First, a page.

I remember the prophetic words of Tecumseh when he called on native peoples in the American Midwest to join him in armed resistance to American expansion. Tecumseh begged the Choctaws and Chickasaws to “Let us form one body, one heart, and defend to the last warrior our country, our homes, our liberty, and the graves of our fathers.”
Then, Tecumseh pointed to history and asked, “But what need is there to speak of the past? It speaks for itself and asks, ‘Where today is the Pequod? Where the Narragansetts, the Mohawks, Pocanokets, and many other once powerful tribes of our race?’ They have vanished before the avarice and oppression of the white men, as snow before a summer sun.” Tecumseh spoke these words over 200 hundred years ago, and the extermination of indigenous peoples in North America only got worse.
In light of this history, do any of us honestly believe that this culture will voluntarily agree to stop killing indigenous people? And if this culture will not stop the murdering, why would we try to take guns out of the hands of people who need them?
Finally, I would like to propose a compromise to the mainstream gun control movement. I fully expect that most will reject this compromise out of hand and I will ask why later. I commend those who abhor gun violence. In fact, I commend those who abhor all violence. I think my compromise will address more violence than the elimination of guns from the hands of oppressed communities.
As we know, one in four women in this country is raped and another one in four fend off rape attempts. This means women are more likely to be raped or to fight off a would-be rapist than they are to be shot. Similarly, men are not being shot by women at a rate of one in four.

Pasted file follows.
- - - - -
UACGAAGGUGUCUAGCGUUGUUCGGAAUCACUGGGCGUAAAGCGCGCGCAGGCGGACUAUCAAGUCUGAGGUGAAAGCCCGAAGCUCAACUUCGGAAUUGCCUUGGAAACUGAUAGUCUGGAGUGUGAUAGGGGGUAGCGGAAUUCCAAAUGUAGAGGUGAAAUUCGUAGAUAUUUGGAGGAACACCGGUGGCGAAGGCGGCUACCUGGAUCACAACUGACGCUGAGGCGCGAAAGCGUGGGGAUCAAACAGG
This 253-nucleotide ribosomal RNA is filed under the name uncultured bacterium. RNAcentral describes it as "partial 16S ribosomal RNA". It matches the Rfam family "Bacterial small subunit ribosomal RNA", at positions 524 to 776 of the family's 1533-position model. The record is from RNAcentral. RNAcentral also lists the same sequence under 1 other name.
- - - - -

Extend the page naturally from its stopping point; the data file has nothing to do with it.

Additionally, the US Department of Justice reports that close to 100% of rapes are committed by men. Of course, rapes happen in different ways, but for the most part the common weapon in a rape is a penis.
I propose, then, in the interests of fairness that before we take guns away from women, men should give up their penises. Men with penises are, after all, hurting more women than women with guns are hurting men (or anyone, for that matter).
I know that most will not take my compromise seriously and I want to know why. Penises and guns have been used to inflict devastating amounts of pain and they have also been used in ways that benefit communities. Many do not view penises as inherently evil while they do view guns as inherently evil, but in each case is it not the character of the person using each that determines the goodness or evilness of the object?
Penises and guns have also come to symbolize power. The mere fact of being a man in this culture, the mere fact of possessing a penis, grants men access to arbitrary privileges that harm women. A gun on the hip of a policeman or on the shoulder of a solider is enough to scare most people into subservience.
If the gun control movement is going to take power away from women in the form of the right to own a gun, then they should ask men to give up their power in the form of their penis. Penises for guns, weapons for weapons. It’s only fair.